High-quality data remains fundamental to AI-powered marketing. Advertising platforms should focus on collecting privacy-first data sources.
They should collaborate with other platforms and companies to share their consent-given first-party consumer data which is difficult to access publicly. They must also expand their data collection process like conducting customer surveys to eliminate the need of going to third-party companies.
With AI, the unique identification of a consumer data point is not important. AI can perform clustering to identify customer segments based on the underlying hidden patterns in the available data sources.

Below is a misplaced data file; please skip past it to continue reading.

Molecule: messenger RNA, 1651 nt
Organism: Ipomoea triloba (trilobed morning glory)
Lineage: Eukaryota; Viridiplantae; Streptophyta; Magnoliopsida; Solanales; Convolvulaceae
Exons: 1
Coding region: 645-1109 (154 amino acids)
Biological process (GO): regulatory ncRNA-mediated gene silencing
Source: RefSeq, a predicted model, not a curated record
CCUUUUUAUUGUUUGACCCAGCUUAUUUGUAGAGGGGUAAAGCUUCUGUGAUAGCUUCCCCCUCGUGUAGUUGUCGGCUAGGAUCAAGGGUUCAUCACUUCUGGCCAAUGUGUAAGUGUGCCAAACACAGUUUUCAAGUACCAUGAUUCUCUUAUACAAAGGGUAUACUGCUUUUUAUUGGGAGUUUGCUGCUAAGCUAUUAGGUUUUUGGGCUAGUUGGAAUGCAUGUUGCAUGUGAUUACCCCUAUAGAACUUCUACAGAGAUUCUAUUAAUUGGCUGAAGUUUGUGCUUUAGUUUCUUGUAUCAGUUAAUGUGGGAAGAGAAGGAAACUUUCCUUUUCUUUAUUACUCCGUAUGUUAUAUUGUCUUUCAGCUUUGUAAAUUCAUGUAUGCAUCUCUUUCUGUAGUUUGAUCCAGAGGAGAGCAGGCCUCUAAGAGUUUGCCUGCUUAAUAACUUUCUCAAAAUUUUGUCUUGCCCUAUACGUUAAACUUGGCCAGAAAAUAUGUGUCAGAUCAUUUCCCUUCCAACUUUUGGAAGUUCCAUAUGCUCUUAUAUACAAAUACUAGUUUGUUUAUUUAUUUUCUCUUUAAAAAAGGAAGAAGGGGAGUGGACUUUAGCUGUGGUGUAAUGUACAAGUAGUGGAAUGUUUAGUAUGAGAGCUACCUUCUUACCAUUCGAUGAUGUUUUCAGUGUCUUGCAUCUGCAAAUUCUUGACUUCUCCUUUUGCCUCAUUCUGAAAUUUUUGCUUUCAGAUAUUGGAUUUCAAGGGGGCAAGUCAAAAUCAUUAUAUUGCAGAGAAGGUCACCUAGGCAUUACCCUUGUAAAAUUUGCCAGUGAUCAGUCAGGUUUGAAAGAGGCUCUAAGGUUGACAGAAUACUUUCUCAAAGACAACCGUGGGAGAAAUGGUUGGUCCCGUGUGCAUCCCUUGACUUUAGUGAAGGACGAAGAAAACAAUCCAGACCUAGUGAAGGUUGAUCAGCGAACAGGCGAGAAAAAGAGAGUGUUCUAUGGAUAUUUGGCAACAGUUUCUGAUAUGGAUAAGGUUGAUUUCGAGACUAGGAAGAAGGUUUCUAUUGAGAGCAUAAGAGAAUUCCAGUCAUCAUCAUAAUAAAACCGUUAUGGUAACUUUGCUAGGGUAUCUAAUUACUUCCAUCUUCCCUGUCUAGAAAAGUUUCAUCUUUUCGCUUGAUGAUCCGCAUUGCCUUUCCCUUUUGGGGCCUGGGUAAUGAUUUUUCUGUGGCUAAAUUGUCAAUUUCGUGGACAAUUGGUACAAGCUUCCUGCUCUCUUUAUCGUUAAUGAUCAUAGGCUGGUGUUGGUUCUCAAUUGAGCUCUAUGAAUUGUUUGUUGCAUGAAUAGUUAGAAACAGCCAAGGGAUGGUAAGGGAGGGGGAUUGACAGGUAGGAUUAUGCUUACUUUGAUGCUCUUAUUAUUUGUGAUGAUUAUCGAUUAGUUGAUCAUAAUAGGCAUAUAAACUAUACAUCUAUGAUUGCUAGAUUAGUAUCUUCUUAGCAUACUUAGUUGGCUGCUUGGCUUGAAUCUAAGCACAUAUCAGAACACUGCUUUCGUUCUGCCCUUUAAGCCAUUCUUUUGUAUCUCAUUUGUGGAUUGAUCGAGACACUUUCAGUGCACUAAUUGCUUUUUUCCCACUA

AI enables an omni-channel ad targeting approach. It can easily collect anonymous consumer data from different social and digital platforms and combine them to form unique customer profiles or segments.
AI can perform predictive analysis on ad analytics to understand which ad campaigns are successful. Based on all information, AI can automatically generate personalized ad content.
With cookies gone (in the near future), advertisers can focus more on contextual advertising, conversational marketing, and intent targeting.
Advanced Machine Learning techniques can analyze customer intent in real-time. Based on the user’s click actions on the website, ML can identify whether the user would make a purchase or not and deliver this information to the advertising platform in real-time. The platform can automatically display hyper-relevant ads to improve their chances of success.